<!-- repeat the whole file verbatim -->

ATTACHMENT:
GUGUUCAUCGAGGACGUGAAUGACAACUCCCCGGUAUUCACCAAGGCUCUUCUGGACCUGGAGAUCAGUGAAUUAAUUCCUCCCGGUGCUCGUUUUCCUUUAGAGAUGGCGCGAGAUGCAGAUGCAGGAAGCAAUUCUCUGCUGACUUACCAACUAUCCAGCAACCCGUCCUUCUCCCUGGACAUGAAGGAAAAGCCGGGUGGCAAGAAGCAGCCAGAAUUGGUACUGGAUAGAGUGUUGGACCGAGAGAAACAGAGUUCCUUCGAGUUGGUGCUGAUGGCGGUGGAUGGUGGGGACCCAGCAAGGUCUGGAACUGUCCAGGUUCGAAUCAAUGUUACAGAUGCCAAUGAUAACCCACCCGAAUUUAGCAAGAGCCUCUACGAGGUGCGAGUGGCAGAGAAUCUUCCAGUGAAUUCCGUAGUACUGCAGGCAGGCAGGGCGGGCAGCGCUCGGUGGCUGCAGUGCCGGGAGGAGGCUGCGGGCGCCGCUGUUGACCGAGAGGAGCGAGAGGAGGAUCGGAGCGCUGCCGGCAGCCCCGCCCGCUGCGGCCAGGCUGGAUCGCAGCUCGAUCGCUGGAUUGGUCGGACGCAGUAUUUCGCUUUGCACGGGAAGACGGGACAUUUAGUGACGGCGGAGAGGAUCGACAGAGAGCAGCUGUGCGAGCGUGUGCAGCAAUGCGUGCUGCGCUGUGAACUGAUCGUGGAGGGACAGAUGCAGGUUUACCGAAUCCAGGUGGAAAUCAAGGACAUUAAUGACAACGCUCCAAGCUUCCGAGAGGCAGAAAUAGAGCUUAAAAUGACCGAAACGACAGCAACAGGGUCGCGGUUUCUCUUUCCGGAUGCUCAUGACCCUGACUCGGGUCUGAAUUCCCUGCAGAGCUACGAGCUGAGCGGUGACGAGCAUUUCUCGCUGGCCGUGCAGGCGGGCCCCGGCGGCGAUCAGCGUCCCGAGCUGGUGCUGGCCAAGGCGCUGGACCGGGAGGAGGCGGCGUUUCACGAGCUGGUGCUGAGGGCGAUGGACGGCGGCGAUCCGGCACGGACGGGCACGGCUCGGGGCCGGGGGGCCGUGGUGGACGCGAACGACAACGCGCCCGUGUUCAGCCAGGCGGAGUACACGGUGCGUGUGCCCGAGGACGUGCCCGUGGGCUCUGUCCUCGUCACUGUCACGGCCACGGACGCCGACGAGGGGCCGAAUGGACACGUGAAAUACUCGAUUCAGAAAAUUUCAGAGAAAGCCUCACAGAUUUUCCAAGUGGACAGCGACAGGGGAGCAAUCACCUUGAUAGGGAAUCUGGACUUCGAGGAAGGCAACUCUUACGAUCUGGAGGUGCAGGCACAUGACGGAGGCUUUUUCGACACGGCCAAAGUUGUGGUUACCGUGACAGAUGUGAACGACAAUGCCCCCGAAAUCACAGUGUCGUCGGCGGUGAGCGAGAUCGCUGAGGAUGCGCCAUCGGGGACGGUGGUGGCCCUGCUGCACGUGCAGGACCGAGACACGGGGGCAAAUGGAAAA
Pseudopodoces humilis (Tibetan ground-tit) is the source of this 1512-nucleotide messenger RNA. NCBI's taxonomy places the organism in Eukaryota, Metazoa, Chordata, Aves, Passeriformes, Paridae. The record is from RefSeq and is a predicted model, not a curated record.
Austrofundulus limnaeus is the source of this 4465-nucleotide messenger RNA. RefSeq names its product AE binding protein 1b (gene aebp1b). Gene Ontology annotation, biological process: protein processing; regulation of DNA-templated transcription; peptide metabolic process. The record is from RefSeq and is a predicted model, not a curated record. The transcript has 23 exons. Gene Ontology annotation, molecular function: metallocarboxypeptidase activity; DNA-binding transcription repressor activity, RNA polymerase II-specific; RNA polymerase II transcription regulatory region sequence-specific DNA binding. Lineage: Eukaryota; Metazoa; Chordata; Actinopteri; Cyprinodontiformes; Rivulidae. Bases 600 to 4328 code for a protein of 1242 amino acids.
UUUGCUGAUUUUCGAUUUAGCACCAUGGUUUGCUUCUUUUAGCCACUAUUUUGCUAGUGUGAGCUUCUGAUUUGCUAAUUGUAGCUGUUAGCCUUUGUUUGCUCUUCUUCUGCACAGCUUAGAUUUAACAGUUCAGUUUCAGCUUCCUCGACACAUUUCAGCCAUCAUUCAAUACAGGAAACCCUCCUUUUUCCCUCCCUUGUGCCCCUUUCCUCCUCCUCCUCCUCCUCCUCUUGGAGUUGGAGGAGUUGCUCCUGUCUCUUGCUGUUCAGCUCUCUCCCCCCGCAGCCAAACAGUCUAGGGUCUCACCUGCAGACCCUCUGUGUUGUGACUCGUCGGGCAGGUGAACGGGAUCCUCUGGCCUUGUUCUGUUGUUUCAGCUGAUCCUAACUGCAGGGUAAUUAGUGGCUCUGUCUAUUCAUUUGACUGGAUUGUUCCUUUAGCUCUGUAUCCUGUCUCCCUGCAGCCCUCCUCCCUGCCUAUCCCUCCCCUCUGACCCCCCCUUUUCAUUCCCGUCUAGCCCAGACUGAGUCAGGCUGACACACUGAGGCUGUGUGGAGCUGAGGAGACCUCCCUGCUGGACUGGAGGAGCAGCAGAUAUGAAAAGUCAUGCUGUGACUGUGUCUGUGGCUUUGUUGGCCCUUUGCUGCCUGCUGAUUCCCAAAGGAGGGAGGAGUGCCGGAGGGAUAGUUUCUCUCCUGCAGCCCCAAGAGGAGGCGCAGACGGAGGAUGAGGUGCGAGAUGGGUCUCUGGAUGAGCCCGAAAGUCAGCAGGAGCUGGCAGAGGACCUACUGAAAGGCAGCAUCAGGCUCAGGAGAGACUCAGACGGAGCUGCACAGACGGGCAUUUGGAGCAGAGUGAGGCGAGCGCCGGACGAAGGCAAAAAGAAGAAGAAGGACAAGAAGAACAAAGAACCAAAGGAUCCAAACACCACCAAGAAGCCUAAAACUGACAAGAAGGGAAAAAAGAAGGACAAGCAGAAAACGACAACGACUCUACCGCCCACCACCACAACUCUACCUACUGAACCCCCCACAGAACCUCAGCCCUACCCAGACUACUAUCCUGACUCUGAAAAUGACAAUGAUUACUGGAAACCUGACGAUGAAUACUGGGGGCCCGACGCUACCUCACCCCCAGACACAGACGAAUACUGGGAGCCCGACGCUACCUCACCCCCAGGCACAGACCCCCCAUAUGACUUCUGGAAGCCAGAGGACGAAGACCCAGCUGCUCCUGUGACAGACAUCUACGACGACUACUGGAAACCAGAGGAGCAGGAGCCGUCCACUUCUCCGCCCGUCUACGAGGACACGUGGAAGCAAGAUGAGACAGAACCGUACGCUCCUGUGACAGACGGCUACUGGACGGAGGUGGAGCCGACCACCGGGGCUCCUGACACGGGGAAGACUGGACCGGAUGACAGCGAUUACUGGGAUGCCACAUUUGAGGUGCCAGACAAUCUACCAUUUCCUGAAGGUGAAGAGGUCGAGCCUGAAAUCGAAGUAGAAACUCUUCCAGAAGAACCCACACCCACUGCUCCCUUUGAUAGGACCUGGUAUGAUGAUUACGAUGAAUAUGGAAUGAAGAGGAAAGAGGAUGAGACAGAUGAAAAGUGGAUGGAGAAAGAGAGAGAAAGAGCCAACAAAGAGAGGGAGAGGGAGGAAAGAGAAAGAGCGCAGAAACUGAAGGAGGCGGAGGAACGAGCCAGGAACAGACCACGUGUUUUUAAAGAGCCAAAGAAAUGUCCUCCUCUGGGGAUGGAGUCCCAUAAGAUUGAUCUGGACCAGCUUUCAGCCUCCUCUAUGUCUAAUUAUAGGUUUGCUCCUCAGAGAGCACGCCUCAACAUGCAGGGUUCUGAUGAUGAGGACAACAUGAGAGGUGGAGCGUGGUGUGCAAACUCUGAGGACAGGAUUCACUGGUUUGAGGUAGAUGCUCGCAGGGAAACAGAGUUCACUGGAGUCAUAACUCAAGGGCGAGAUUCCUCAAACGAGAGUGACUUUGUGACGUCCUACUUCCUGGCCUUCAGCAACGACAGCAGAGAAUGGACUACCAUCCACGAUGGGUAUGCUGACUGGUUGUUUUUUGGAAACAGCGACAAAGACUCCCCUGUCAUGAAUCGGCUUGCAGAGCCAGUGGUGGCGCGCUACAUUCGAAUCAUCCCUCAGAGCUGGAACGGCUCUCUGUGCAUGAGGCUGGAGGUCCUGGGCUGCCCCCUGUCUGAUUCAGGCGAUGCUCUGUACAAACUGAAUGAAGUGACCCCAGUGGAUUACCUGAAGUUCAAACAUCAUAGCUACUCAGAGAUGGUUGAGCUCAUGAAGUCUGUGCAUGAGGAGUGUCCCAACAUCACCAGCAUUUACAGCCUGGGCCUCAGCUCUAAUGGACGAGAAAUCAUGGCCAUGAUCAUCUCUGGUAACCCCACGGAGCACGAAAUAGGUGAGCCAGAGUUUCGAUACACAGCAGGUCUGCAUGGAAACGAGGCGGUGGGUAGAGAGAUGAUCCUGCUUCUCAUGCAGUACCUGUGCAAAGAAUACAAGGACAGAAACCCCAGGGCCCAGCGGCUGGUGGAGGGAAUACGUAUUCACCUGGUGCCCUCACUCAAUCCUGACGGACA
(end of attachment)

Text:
GUGUUCAUCGAGGACGUGAAUGACAACUCCCCGGUAUUCACCAAGGCUCUUCUGGACCUGGAGAUCAGUGAAUUAAUUCCUCCCGGUGCUCGUUUUCCUUUAGAGAUGGCGCGAGAUGCAGAUGCAGGAAGCAAUUCUCUGCUGACUUACCAACUAUCCAGCAACCCGUCCUUCUCCCUGGACAUGAAGGAAAAGCCGGGUGGCAAGAAGCAGCCAGAAUUGGUACUGGAUAGAGUGUUGGACCGAGAGAAACAGAGUUCCUUCGAGUUGGUGCUGAUGGCGGUGGAUGGUGGGGACCCAGCAAGGUCUGGAACUGUCCAGGUUCGAAUCAAUGUUACAGAUGCCAAUGAUAACCCACCCGAAUUUAGCAAGAGCCUCUACGAGGUGCGAGUGGCAGAGAAUCUUCCAGUGAAUUCCGUAGUACUGCAGGCAGGCAGGGCGGGCAGCGCUCGGUGGCUGCAGUGCCGGGAGGAGGCUGCGGGCGCCGCUGUUGACCGAGAGGAGCGAGAGGAGGAUCGGAGCGCUGCCGGCAGCCCCGCCCGCUGCGGCCAGGCUGGAUCGCAGCUCGAUCGCUGGAUUGGUCGGACGCAGUAUUUCGCUUUGCACGGGAAGACGGGACAUUUAGUGACGGCGGAGAGGAUCGACAGAGAGCAGCUGUGCGAGCGUGUGCAGCAAUGCGUGCUGCGCUGUGAACUGAUCGUGGAGGGACAGAUGCAGGUUUACCGAAUCCAGGUGGAAAUCAAGGACAUUAAUGACAACGCUCCAAGCUUCCGAGAGGCAGAAAUAGAGCUUAAAAUGACCGAAACGACAGCAACAGGGUCGCGGUUUCUCUUUCCGGAUGCUCAUGACCCUGACUCGGGUCUGAAUUCCCUGCAGAGCUACGAGCUGAGCGGUGACGAGCAUUUCUCGCUGGCCGUGCAGGCGGGCCCCGGCGGCGAUCAGCGUCCCGAGCUGGUGCUGGCCAAGGCGCUGGACCGGGAGGAGGCGGCGUUUCACGAGCUGGUGCUGAGGGCGAUGGACGGCGGCGAUCCGGCACGGACGGGCACGGCUCGGGGCCGGGGGGCCGUGGUGGACGCGAACGACAACGCGCCCGUGUUCAGCCAGGCGGAGUACACGGUGCGUGUGCCCGAGGACGUGCCCGUGGGCUCUGUCCUCGUCACUGUCACGGCCACGGACGCCGACGAGGGGCCGAAUGGACACGUGAAAUACUCGAUUCAGAAAAUUUCAGAGAAAGCCUCACAGAUUUUCCAAGUGGACAGCGACAGGGGAGCAAUCACCUUGAUAGGGAAUCUGGACUUCGAGGAAGGCAACUCUUACGAUCUGGAGGUGCAGGCACAUGACGGAGGCUUUUUCGACACGGCCAAAGUUGUGGUUACCGUGACAGAUGUGAACGACAAUGCCCCCGAAAUCACAGUGUCGUCGGCGGUGAGCGAGAUCGCUGAGGAUGCGCCAUCGGGGACGGUGGUGGCCCUGCUGCACGUGCAGGACCGAGACACGGGGGCAAAUGGAAAA
Pseudopodoces humilis (Tibetan ground-tit) is the source of this 1512-nucleotide messenger RNA. NCBI's taxonomy places the organism in Eukaryota, Metazoa, Chordata, Aves, Passeriformes, Paridae. The record is from RefSeq and is a predicted model, not a curated record.
Austrofundulus limnaeus is the source of this 4465-nucleotide messenger RNA. RefSeq names its product AE binding protein 1b (gene aebp1b). Gene Ontology annotation, biological process: protein processing; regulation of DNA-templated transcription; peptide metabolic process. The record is from RefSeq and is a predicted model, not a curated record. The transcript has 23 exons. Gene Ontology annotation, molecular function: metallocarboxypeptidase activity; DNA-binding transcription repressor activity, RNA polymerase II-specific; RNA polymerase II transcription regulatory region sequence-specific DNA binding. Lineage: Eukaryota; Metazoa; Chordata; Actinopteri; Cyprinodontiformes; Rivulidae. Bases 600 to 4328 code for a protein of 1242 amino acids.
UUUGCUGAUUUUCGAUUUAGCACCAUGGUUUGCUUCUUUUAGCCACUAUUUUGCUAGUGUGAGCUUCUGAUUUGCUAAUUGUAGCUGUUAGCCUUUGUUUGCUCUUCUUCUGCACAGCUUAGAUUUAACAGUUCAGUUUCAGCUUCCUCGACACAUUUCAGCCAUCAUUCAAUACAGGAAACCCUCCUUUUUCCCUCCCUUGUGCCCCUUUCCUCCUCCUCCUCCUCCUCCUCUUGGAGUUGGAGGAGUUGCUCCUGUCUCUUGCUGUUCAGCUCUCUCCCCCCGCAGCCAAACAGUCUAGGGUCUCACCUGCAGACCCUCUGUGUUGUGACUCGUCGGGCAGGUGAACGGGAUCCUCUGGCCUUGUUCUGUUGUUUCAGCUGAUCCUAACUGCAGGGUAAUUAGUGGCUCUGUCUAUUCAUUUGACUGGAUUGUUCCUUUAGCUCUGUAUCCUGUCUCCCUGCAGCCCUCCUCCCUGCCUAUCCCUCCCCUCUGACCCCCCCUUUUCAUUCCCGUCUAGCCCAGACUGAGUCAGGCUGACACACUGAGGCUGUGUGGAGCUGAGGAGACCUCCCUGCUGGACUGGAGGAGCAGCAGAUAUGAAAAGUCAUGCUGUGACUGUGUCUGUGGCUUUGUUGGCCCUUUGCUGCCUGCUGAUUCCCAAAGGAGGGAGGAGUGCCGGAGGGAUAGUUUCUCUCCUGCAGCCCCAAGAGGAGGCGCAGACGGAGGAUGAGGUGCGAGAUGGGUCUCUGGAUGAGCCCGAAAGUCAGCAGGAGCUGGCAGAGGACCUACUGAAAGGCAGCAUCAGGCUCAGGAGAGACUCAGACGGAGCUGCACAGACGGGCAUUUGGAGCAGAGUGAGGCGAGCGCCGGACGAAGGCAAAAAGAAGAAGAAGGACAAGAAGAACAAAGAACCAAAGGAUCCAAACACCACCAAGAAGCCUAAAACUGACAAGAAGGGAAAAAAGAAGGACAAGCAGAAAACGACAACGACUCUACCGCCCACCACCACAACUCUACCUACUGAACCCCCCACAGAACCUCAGCCCUACCCAGACUACUAUCCUGACUCUGAAAAUGACAAUGAUUACUGGAAACCUGACGAUGAAUACUGGGGGCCCGACGCUACCUCACCCCCAGACACAGACGAAUACUGGGAGCCCGACGCUACCUCACCCCCAGGCACAGACCCCCCAUAUGACUUCUGGAAGCCAGAGGACGAAGACCCAGCUGCUCCUGUGACAGACAUCUACGACGACUACUGGAAACCAGAGGAGCAGGAGCCGUCCACUUCUCCGCCCGUCUACGAGGACACGUGGAAGCAAGAUGAGACAGAACCGUACGCUCCUGUGACAGACGGCUACUGGACGGAGGUGGAGCCGACCACCGGGGCUCCUGACACGGGGAAGACUGGACCGGAUGACAGCGAUUACUGGGAUGCCACAUUUGAGGUGCCAGACAAUCUACCAUUUCCUGAAGGUGAAGAGGUCGAGCCUGAAAUCGAAGUAGAAACUCUUCCAGAAGAACCCACACCCACUGCUCCCUUUGAUAGGACCUGGUAUGAUGAUUACGAUGAAUAUGGAAUGAAGAGGAAAGAGGAUGAGACAGAUGAAAAGUGGAUGGAGAAAGAGAGAGAAAGAGCCAACAAAGAGAGGGAGAGGGAGGAAAGAGAAAGAGCGCAGAAACUGAAGGAGGCGGAGGAACGAGCCAGGAACAGACCACGUGUUUUUAAAGAGCCAAAGAAAUGUCCUCCUCUGGGGAUGGAGUCCCAUAAGAUUGAUCUGGACCAGCUUUCAGCCUCCUCUAUGUCUAAUUAUAGGUUUGCUCCUCAGAGAGCACGCCUCAACAUGCAGGGUUCUGAUGAUGAGGACAACAUGAGAGGUGGAGCGUGGUGUGCAAACUCUGAGGACAGGAUUCACUGGUUUGAGGUAGAUGCUCGCAGGGAAACAGAGUUCACUGGAGUCAUAACUCAAGGGCGAGAUUCCUCAAACGAGAGUGACUUUGUGACGUCCUACUUCCUGGCCUUCAGCAACGACAGCAGAGAAUGGACUACCAUCCACGAUGGGUAUGCUGACUGGUUGUUUUUUGGAAACAGCGACAAAGACUCCCCUGUCAUGAAUCGGCUUGCAGAGCCAGUGGUGGCGCGCUACAUUCGAAUCAUCCCUCAGAGCUGGAACGGCUCUCUGUGCAUGAGGCUGGAGGUCCUGGGCUGCCCCCUGUCUGAUUCAGGCGAUGCUCUGUACAAACUGAAUGAAGUGACCCCAGUGGAUUACCUGAAGUUCAAACAUCAUAGCUACUCAGAGAUGGUUGAGCUCAUGAAGUCUGUGCAUGAGGAGUGUCCCAACAUCACCAGCAUUUACAGCCUGGGCCUCAGCUCUAAUGGACGAGAAAUCAUGGCCAUGAUCAUCUCUGGUAACCCCACGGAGCACGAAAUAGGUGAGCCAGAGUUUCGAUACACAGCAGGUCUGCAUGGAAACGAGGCGGUGGGUAGAGAGAUGAUCCUGCUUCUCAUGCAGUACCUGUGCAAAGAAUACAAGGACAGAAACCCCAGGGCCCAGCGGCUGGUGGAGGGAAUACGUAUUCACCUGGUGCCCUCACUCAAUCCUGACGGACA